Stream 0

3D rendering of reflective metal tubes against a black background

I’ve been quiet on this blog for the past few months. I often struggle with finding the right words, to hit a poignant note that meets whatever “standards” I have to publish something.

But the only way I’ll improve / become more comfortable with my online-self is to write, and to make that writing public. So I’m starting what will hopefully become a collection of posts where I just share a bit about what’s going on, a low-stakes stream of consciousness that gets my creative juices flowing.

For the first time in my life, I’m genuinely motivated and happy about the work I’m doing. It’s not every day one gets to have great co-workers, a strong sense of personal contribution in the day-to-day, and clear opportunities for growth. I feel incredibly lucky to have landed where I am now, but am also acutely aware that this isn’t the case for a wide swath of people in the industry.

Personally, the past few years have been a rough professionally. I struggled with the feeling that my work wasn’t valued, that no one cared to see my skills improve over time. Being noticed was difficult, and trying to advance myself to better opportunities was rife with questionable interview processes. While thankfully this is no longer the case, I wonder how many other people go through similar issues. It’s incredibly easy to question your self worth when external forces reject you, when you freeze up trying to figure out a solution to a random data structure / algorithm problem.

I’ve come to the conclusion (after interviewing at big-name gigs and startups alike) that most tech companies optimize for technical aptitude in a vacuum. While being able to implement & correctly use a complex data structure certainly provides credence to the idea that one can be a good engineer, in 2019 evaluating on that basis alone is simply not enough.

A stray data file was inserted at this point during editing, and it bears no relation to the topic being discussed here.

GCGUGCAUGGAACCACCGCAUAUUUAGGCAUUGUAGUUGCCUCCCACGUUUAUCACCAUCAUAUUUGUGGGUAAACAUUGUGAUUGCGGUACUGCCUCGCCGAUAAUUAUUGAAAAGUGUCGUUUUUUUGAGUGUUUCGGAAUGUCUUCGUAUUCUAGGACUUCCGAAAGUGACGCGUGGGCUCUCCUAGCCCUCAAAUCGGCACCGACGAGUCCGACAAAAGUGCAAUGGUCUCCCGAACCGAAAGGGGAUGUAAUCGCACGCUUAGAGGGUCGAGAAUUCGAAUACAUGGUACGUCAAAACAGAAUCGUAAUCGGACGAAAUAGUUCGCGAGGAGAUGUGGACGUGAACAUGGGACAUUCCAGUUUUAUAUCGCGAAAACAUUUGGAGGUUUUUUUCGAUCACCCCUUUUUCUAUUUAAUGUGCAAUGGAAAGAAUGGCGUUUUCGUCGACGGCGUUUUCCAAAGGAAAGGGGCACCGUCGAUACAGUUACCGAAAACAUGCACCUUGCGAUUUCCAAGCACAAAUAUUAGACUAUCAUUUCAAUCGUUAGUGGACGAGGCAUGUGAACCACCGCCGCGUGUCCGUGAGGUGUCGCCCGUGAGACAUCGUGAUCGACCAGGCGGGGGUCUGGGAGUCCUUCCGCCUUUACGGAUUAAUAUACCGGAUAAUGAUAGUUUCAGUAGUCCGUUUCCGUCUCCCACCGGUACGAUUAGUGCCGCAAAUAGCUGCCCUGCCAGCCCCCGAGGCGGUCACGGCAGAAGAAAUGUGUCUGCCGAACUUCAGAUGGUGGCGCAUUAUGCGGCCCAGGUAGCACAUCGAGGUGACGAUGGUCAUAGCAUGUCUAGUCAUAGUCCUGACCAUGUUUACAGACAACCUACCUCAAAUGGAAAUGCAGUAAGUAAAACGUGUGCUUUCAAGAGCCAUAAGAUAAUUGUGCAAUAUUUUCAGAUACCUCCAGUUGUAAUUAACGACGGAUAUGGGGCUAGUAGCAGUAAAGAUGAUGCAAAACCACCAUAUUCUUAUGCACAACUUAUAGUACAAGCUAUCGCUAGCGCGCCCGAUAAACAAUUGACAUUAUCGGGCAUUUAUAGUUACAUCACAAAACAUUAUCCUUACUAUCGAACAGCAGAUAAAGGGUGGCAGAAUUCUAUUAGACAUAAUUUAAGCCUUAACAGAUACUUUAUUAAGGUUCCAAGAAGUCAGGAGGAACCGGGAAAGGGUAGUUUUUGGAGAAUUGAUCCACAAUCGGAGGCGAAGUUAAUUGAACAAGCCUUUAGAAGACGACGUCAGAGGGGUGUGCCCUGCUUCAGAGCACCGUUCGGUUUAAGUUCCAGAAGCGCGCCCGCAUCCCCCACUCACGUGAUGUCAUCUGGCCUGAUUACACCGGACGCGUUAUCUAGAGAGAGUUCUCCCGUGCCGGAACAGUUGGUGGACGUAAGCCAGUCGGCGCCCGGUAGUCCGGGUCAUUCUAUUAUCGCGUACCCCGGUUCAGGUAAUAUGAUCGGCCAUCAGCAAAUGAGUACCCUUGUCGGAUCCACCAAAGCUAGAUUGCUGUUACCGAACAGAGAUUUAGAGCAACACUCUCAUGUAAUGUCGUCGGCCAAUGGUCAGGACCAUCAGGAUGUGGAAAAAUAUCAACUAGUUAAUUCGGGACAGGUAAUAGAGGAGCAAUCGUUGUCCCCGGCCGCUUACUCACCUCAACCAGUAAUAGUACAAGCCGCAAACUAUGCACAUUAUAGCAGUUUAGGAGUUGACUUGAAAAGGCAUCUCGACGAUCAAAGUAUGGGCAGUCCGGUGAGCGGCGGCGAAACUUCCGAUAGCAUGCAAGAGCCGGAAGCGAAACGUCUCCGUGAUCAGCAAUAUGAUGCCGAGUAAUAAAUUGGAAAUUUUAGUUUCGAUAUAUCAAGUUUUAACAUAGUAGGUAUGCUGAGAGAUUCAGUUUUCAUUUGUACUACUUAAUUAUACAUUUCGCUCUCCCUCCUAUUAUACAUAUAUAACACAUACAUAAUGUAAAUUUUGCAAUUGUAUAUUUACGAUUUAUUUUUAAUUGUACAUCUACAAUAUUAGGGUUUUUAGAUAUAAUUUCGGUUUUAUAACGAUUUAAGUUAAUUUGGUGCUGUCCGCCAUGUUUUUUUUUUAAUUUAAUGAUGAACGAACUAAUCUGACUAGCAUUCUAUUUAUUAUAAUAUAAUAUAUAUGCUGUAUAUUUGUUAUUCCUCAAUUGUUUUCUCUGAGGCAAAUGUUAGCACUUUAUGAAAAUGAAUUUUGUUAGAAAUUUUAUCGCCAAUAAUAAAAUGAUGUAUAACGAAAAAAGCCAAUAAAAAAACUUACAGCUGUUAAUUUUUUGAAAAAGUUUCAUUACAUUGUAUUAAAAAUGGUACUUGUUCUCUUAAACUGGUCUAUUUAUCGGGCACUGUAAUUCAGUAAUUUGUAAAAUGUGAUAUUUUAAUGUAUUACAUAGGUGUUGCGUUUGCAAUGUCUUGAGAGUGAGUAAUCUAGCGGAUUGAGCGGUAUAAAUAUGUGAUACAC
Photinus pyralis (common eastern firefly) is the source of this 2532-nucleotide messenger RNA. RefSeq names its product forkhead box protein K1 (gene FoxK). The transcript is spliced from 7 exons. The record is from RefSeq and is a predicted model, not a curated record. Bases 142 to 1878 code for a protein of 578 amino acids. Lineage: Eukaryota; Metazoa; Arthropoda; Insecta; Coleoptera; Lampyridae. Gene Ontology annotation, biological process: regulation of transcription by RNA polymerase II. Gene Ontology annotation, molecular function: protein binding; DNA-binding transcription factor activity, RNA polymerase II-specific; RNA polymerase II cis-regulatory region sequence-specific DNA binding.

In my assessment, great engineers have a high degree of emotional intelligence alongside technical aptitude. Factors such as working collaboratively with others, knowing how to handle conflict gracefully, and being kind are just as important (if not more so) as being able to come up with sophisticated technical designs and banging out large amounts of code.

But sadly, emotional intelligence is not what most of the industry optimizes for. There’s countless stories of individuals (many of them minorities) being frustrated with how hiring is conducted in tech to the point of considering leaving the industry.

I do have some hope though. When I was interviewing in April through June I made a point of optimizing heavily for culture fit, preferring companies that matched my values and that had made an attempt to fix what's currently so broken about tech interviewing. I'm happy to say I found several companies with the thoughtful ethos I was seeking (including the one I work at now 🙂).

The future of hiring needs to be more human-focused. Strictly focusing on technical ability opens the door to a whole lot of bias that keeps us homogenous and lacking in perspective. To anyone reading this that is struggling to gain a foothold, know that there are places that will recognize your worth.

My experiences still come from a relatively privileged place since I look like the many already in tech, but I hope to do my small part by engaging with places that are making a genuine effort to move the needle on some of our industry’s issues. If anyone reading this is interested in finding constructive ways to improve on what is currently not the best situation, feel free to get in touch.

And so ends my first (very rant-y) stream of consciousness post. ✌🏽